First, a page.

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Legislative Changes on Tech Companies

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As Proposed By House Dems

After a sixteen-month investigation, the Democrat-led House panel came to a conclusion. Big tech companies Apple, Amazon, Facebook, and Google enjoy monopoly power. As such, the panel recommends legislative changes to these tech companies. This includes amending antitrust laws and enforcement. Some ideas include spinning off units and making it difficult to buy companies.

RELATED: US Tech Stocks Are Worth More Than Entire Euro Stock Market

The approximately 450-page report listed findings made by the mostly-Democratic panel. They based the report on hearings, interviews, and over a million documents. Read the full report here.

Apple: Monopoly power over iPhone software distribution

The House panel complimented Apple’s mobile ecosystem. They noted that it produced significant benefits to consumers and app developers. However, they said that Apple has “monopoly power” over software distribution on iPhones. This power lets them make huge profits from the App Store and pull out rents from developers.

Apple denied the claims and said that the company does not have a dominant market share in any category where they do business. 

CEO Tim Cook hoped that the company could “unpeel” from antitrust investigations.  He said that Apple doesn’t have a dominant market share in smartphones. They only have a 45% share in the United States.

Amazon: Dominant in Online Markets and Cloud Computing

The same House panel report said that Amazon is too big in the online marketplace. For instance, its online retail dominance gives it monopoly power over third-party sellers and estimates that Amazon’s stake in the U.S. online retail market is more than 50%.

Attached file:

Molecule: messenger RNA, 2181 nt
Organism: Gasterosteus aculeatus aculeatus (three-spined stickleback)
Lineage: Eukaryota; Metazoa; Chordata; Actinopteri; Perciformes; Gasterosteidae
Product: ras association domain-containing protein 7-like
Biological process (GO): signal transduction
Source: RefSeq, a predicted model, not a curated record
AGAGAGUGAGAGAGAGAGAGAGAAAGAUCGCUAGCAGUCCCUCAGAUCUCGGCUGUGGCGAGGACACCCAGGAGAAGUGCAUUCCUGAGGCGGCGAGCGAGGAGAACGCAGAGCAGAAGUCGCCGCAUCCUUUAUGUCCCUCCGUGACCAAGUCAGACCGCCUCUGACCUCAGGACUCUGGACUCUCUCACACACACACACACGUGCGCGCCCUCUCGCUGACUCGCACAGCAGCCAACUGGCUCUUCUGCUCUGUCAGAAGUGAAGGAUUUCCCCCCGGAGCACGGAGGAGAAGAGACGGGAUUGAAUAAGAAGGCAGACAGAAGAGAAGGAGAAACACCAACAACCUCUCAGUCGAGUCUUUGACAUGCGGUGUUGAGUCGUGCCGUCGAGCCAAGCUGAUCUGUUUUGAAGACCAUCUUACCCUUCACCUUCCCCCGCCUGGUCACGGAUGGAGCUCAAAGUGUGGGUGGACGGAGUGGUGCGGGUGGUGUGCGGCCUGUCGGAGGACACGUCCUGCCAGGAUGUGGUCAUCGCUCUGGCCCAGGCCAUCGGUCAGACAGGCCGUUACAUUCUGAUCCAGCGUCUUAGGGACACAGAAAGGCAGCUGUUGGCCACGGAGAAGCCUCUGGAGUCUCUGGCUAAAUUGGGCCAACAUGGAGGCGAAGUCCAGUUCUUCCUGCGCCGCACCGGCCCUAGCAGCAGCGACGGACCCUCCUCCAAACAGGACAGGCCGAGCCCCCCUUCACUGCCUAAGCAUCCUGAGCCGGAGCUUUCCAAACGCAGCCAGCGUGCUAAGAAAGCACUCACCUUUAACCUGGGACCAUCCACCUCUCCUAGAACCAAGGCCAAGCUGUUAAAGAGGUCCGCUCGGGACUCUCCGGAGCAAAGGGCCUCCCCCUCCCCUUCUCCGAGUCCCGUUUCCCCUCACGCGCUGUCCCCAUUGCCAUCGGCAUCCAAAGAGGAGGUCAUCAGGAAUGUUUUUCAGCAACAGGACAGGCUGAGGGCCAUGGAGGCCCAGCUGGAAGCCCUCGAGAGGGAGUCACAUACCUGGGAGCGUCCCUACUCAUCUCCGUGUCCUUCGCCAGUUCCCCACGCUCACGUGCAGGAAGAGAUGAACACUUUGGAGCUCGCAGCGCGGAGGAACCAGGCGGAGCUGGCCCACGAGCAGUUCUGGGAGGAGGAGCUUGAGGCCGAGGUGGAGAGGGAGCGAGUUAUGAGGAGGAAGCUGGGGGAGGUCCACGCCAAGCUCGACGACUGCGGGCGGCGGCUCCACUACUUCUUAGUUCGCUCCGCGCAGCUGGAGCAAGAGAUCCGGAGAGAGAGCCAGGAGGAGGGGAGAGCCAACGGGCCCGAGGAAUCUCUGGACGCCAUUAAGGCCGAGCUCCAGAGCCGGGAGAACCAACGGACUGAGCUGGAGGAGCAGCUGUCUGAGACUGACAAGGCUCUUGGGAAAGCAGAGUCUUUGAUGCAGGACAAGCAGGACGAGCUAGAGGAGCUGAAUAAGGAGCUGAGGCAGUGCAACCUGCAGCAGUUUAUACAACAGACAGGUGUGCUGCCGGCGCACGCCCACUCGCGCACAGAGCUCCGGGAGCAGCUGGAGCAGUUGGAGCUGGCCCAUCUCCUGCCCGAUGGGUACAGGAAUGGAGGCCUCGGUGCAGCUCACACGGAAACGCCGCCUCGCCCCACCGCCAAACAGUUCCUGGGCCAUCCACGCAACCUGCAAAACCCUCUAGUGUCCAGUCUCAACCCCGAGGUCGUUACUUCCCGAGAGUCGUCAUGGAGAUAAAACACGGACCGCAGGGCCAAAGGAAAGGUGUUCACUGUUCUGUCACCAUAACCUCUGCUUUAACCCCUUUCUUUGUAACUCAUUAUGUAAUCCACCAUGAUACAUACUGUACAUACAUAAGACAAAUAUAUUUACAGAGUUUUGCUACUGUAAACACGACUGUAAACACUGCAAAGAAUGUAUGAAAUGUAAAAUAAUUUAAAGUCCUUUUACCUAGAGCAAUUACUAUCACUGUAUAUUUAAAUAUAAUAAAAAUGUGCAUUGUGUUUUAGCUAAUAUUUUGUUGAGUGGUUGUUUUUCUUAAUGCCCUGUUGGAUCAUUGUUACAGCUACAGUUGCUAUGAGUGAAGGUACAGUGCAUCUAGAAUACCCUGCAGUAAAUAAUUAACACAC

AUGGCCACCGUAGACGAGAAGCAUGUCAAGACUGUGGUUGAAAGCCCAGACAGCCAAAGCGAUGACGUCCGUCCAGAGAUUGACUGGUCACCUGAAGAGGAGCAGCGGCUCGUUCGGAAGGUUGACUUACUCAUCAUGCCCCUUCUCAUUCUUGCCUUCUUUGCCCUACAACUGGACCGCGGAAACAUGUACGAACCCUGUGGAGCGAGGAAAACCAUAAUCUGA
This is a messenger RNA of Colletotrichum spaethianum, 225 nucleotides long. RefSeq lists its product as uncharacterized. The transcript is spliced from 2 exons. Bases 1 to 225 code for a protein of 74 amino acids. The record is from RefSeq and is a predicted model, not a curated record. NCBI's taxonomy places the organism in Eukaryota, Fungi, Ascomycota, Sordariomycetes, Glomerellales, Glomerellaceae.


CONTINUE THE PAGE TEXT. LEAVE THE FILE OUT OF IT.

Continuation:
Democrats also noted that Amazon dominates the cloud computing market. Its share creates a conflict of interest where customers have to work with competitors. Amazon also imposed barriers to entry for competitors to its Alexa products. As such, Amazon should separate its e-commerce site from the third-party marketplace.

Facebook: A Social Network Bully

The House report concluded that “Facebook’s monopoly power is firmly entrenched.” They find that the company is unlikely to feel pressure from competitors.” Facebook has strong network effects, high switching costs, and data advantage. All this points to a monopoly.

Facebook removes rivals by targeting them and then acquiring, copying, or killing them. When Facebook bought Instagram, CEO Mark Zuckerberg said they’re only buying time. “One way of looking at this is that what we’re really buying is time,” Zuckerberg wrote in an email. “Even if some new competitors spring up, buying Instagram now … will give us a year or more to integrate their dynamics before anyone can get close to their scale again.”

In a statement, Facebook said that “Facebook is an American success story.” It added: “We compete with a wide variety of services with millions, even billions, of people using them. Acquisitions are part of every industry and just one way we innovate new technologies to deliver more value to people.

Instagram and WhatsApp have reached new heights of success because Facebook has invested billions in those businesses. A strongly competitive landscape existed at the time of both acquisitions and exists today.” The note added that regulators reviewed each deal and did not see any reason “to stop them at the time.”

Google: Favors Its Own Services

The report claimed that Google created a monopoly that favored its own services.  Google dominated in markets from advertising to maps by choosing themselves. Google is about to buy Fitbit and grow its cloud business. Some lawmakers foresee some “potential” unfair behavior in the future.

The report said: “The overwhelmingly dominant provider of general online search is Google, which captures around 81% of all general search queries in the U.S. on desktop and 94% on mobile. Google abused its gatekeeper power over online search to coerce vertical websites to surrender valuable data and to leverage its search dominance into adjacent markets,” the report states. “Google used its search engine dominance and control over the Android operating system to grow its share of the web browser market and favor its other lines of business,” it added.

What happens next

Upon the conclusion of the report, Congress outlined some solutions. As expected, the companies denied any monopolistic behavior. Each has issued its own statement protesting its label as monopolies.

Watch this as CNBC TV reports on the House antitrust subcommittee recommendations for Big Tech monopolies:

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Do you agree that the big four tech companies are monopolies? Or are they just living the American dream of being the best they can be? Let us know what you think by sharing your comments below.

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